I was not happy to be greeted with the bottom of an inflatable dinghy and a propellor waving at the sky.
Thankfully, its a simple engine with simple needs. It just needed a little love and it works again, as the video proves.
It was good, it charged and kept my batteries ticking over. But it was not quite powerful enough to keep them tippety tip top when I charged some of my juicier bits of electrickery. Plus the Rutland was only on temporary loan.
So I upgraded to an Airbreeze.
and a new inverter was installed around the same time... as well as a shunt in preparation for a battery monitor.
15 July 2011
I grew up learning to sew with my grandmother, every week. It just seems to come naturally these days. I just enjoy sewing.
SO, a neighbour I had briefly while on hard standing commissioned me to make a few covers for their boat.
A ketch is a tricky bugger to make spray dodgers for. how many cut outs?
What fun it was.
24 June 2011
How time flies when you own a boat, when you can't afford to wave the magic wand of wonga and get it all done by someone else.
I took a week off, my birthday as it happens was during the holiday, so time to sit back and enjoy the world go by.
time to get busy. First, strip the keel back of layers and layers of old antifoul.
then get the antifoul on, touch in a few marks on the rudder, borrow a polishing machine to cut back years of not being polished and then finish, two coats of waxing by hand. I am the karate kid. Wax on, Wax off. There are no bingo wings here.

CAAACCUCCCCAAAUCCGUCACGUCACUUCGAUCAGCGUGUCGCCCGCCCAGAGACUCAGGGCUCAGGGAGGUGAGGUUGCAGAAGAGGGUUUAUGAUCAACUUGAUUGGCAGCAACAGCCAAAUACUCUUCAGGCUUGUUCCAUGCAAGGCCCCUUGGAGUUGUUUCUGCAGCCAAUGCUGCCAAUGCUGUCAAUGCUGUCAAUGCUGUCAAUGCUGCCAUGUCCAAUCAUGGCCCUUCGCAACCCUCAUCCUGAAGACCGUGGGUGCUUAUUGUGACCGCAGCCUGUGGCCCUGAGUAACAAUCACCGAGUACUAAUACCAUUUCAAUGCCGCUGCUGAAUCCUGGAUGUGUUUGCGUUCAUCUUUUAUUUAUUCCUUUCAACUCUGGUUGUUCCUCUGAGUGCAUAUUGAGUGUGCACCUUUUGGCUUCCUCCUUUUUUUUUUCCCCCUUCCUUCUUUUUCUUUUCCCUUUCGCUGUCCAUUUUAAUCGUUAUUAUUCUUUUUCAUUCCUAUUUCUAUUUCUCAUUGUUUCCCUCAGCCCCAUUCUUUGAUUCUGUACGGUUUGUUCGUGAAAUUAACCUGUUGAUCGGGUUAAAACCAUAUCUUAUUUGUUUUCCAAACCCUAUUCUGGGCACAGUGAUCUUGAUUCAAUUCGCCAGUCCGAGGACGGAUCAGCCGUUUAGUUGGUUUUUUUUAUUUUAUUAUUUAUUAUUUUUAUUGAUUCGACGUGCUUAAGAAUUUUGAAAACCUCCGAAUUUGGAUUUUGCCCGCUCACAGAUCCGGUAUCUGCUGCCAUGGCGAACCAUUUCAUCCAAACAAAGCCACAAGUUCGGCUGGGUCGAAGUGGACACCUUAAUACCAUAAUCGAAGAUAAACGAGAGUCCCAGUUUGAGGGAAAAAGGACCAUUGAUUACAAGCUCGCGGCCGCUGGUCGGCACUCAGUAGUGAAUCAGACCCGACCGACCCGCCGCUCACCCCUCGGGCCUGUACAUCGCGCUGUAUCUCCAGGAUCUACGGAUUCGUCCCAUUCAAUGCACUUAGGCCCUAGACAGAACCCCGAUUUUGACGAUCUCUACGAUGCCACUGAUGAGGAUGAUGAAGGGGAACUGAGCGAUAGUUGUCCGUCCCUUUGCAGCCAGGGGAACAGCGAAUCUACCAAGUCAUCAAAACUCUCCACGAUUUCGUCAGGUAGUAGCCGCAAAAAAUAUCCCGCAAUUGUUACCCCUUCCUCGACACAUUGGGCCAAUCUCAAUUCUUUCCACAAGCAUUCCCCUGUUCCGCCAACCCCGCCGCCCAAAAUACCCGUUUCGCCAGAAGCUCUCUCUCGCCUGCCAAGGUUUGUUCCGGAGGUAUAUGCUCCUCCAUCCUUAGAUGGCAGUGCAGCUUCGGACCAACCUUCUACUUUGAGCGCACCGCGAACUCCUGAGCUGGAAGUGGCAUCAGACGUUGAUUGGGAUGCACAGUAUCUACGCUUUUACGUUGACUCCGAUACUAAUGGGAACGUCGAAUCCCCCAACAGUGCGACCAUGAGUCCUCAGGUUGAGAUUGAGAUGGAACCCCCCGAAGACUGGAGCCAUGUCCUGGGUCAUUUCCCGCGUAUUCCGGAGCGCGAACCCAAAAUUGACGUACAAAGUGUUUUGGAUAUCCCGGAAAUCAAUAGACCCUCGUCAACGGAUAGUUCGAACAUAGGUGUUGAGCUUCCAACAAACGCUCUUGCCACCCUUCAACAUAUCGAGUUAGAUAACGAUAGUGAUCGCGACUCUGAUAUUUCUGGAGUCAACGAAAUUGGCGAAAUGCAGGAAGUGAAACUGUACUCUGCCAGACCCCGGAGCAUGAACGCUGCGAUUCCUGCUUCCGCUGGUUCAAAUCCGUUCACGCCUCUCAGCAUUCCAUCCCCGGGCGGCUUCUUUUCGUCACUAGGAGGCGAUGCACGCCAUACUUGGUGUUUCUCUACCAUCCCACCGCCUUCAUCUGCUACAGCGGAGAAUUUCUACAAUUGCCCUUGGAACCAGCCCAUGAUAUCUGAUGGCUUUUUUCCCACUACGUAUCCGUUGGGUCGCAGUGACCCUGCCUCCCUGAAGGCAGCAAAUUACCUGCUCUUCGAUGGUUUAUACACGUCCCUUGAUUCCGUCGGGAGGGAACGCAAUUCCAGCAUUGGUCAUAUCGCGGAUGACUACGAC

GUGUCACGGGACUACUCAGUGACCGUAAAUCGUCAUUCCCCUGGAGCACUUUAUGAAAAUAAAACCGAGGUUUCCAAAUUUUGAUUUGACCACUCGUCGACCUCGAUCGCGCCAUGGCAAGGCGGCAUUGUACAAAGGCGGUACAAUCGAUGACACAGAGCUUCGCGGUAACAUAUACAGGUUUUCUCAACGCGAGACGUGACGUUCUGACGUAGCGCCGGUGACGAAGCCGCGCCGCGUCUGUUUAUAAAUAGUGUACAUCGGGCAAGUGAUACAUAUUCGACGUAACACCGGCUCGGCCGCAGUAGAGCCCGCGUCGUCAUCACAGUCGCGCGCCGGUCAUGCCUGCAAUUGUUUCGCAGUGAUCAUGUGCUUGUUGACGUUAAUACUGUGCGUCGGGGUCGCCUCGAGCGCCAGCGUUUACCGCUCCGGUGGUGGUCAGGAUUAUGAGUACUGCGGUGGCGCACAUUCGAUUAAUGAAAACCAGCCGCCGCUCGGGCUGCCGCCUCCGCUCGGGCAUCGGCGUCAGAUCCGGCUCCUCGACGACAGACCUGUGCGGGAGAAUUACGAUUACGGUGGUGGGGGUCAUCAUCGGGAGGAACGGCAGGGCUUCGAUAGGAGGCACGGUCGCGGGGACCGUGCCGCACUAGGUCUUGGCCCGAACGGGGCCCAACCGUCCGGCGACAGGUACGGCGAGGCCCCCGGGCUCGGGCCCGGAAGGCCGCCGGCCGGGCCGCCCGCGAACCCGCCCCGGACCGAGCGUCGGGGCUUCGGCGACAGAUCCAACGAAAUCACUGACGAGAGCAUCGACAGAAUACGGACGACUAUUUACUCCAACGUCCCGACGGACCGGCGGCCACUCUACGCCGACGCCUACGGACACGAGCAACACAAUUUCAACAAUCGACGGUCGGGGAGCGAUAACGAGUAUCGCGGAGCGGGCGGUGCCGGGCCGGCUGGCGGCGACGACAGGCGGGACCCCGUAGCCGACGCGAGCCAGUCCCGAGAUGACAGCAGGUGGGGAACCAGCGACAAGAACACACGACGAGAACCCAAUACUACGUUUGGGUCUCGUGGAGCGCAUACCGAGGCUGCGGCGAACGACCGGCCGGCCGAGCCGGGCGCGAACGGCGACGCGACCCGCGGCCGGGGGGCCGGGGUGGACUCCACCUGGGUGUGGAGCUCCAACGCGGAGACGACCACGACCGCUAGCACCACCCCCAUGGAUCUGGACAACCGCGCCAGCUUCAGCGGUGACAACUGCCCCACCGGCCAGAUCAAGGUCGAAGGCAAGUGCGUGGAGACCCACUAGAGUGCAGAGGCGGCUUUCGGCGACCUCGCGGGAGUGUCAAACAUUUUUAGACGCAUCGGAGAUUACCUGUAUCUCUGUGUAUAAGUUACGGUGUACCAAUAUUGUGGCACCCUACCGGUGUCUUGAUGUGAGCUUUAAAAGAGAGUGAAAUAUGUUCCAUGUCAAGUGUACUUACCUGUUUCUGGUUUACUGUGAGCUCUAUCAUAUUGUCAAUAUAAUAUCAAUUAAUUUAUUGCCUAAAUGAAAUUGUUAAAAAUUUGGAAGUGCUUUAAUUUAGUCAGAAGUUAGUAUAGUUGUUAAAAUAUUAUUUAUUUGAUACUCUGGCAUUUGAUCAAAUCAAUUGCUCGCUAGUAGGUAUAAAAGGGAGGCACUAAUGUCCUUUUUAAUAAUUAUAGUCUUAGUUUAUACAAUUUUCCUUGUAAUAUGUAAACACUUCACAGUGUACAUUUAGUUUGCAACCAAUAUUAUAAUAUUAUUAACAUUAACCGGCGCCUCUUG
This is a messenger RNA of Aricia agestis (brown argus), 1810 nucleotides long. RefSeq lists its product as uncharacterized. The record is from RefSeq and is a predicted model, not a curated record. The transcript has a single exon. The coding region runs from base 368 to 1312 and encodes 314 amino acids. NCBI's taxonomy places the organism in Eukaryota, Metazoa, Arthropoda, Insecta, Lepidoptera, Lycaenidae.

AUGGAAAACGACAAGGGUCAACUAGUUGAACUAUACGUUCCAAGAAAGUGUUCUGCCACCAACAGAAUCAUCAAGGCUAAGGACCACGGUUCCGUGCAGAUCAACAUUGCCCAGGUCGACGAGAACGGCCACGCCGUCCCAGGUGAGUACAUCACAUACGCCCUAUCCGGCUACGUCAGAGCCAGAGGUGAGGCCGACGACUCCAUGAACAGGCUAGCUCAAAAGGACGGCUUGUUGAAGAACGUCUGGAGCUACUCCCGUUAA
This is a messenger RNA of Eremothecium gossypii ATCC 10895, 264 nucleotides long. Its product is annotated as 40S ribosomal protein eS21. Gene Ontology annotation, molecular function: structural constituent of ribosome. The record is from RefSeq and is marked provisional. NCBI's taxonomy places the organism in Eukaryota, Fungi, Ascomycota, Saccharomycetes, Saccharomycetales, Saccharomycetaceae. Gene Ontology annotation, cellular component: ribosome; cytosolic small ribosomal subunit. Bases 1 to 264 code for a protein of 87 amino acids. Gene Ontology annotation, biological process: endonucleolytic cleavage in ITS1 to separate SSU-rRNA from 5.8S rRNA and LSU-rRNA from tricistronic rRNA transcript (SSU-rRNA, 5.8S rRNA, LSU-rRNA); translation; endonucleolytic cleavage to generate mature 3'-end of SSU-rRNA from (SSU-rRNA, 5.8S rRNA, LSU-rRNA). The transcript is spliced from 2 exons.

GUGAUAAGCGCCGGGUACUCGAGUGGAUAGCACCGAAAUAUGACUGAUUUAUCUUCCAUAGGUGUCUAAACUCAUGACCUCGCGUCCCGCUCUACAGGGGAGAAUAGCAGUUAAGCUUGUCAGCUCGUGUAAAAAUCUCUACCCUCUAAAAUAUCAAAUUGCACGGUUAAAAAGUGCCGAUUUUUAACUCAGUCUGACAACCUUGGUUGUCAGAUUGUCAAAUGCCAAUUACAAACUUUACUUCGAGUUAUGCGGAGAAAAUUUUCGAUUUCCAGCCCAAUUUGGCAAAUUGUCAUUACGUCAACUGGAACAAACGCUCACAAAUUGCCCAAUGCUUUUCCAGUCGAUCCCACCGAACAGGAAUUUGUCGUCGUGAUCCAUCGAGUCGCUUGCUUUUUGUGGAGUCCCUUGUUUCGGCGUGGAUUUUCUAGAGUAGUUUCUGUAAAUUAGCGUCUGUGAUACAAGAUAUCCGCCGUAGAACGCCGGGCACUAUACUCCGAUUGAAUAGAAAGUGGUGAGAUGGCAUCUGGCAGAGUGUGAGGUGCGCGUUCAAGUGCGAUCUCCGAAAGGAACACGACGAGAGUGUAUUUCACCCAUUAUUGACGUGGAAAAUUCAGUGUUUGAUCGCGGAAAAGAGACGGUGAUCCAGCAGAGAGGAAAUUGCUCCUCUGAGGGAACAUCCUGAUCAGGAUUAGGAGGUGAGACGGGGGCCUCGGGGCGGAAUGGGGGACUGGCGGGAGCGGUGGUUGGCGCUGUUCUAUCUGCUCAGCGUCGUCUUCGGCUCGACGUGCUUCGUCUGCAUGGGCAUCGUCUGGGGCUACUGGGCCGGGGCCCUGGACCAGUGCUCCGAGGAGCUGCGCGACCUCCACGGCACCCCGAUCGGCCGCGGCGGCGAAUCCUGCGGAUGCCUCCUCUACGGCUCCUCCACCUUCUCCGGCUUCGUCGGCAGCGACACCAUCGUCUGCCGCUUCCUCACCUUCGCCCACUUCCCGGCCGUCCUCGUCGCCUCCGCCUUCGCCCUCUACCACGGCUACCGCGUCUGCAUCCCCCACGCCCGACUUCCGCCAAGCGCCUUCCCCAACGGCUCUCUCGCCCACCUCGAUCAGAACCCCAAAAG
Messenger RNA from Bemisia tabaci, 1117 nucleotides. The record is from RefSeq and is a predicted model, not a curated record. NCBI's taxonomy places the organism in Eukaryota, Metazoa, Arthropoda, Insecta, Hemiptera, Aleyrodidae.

Launch day, Friday. but no.
The wind was blowing, hard. The guys in the marina asked if I could wait a few days.
Two more days booked off work, and the crane finally came to hover over Varekai for lift off.
such was the shock of the boat being ready to go back into the water, a bird literally fell out of the sky and landed in the cockpit, thus:
and then, ever the professional photographer, my battery died in my camera just the moment before it went in the water.
total bloody amateur.
I should know to always expect the unexpected, but I wasn't really expecting what I saw when I removed the rudder earlier this year.
clearly action was needed. I wrote to my friends at yachting monthly magazine to see if they knew anyone who would give me their opinion.
I wrote to the Dehler owners club too.
opinions varied from stripping back the entire rudder and replacing the stock, getting the stock turned down, replacing with new rudder, getting a new rudder made using the old one as a mold, put a stainless sleeve over the existing stock to replace the old sleeve and epoxy resin to fix the rudder blade.
The latter choice came first, since I have the best access anyone could have to a precision engineer. Enter, my dad once again to find a solution. He worked out the flex and strain capacity of the stainless sleeve, and although an expensive lump of metal and heavy, it works out to be stronger than the original stock, he machined a matching pair of bearings, upper and lower to resin into the boat and epoxy resined the rudder back to the shape it once was.
the result is a vision of beauty to my eyes. The machining was absolutely spot on, despite the bearing being sent in advance and the sleeve being machined afterwards.
Once the rudder was slid back in place, with the bottom bearing epoxied into the rudder sleeve build into the hull, the top bearing screwed in place in the top bar in the cockpit, the rudder turned smoothly and swung easily.
23 May 2011
November it snowed
December it snowed and was pretty cold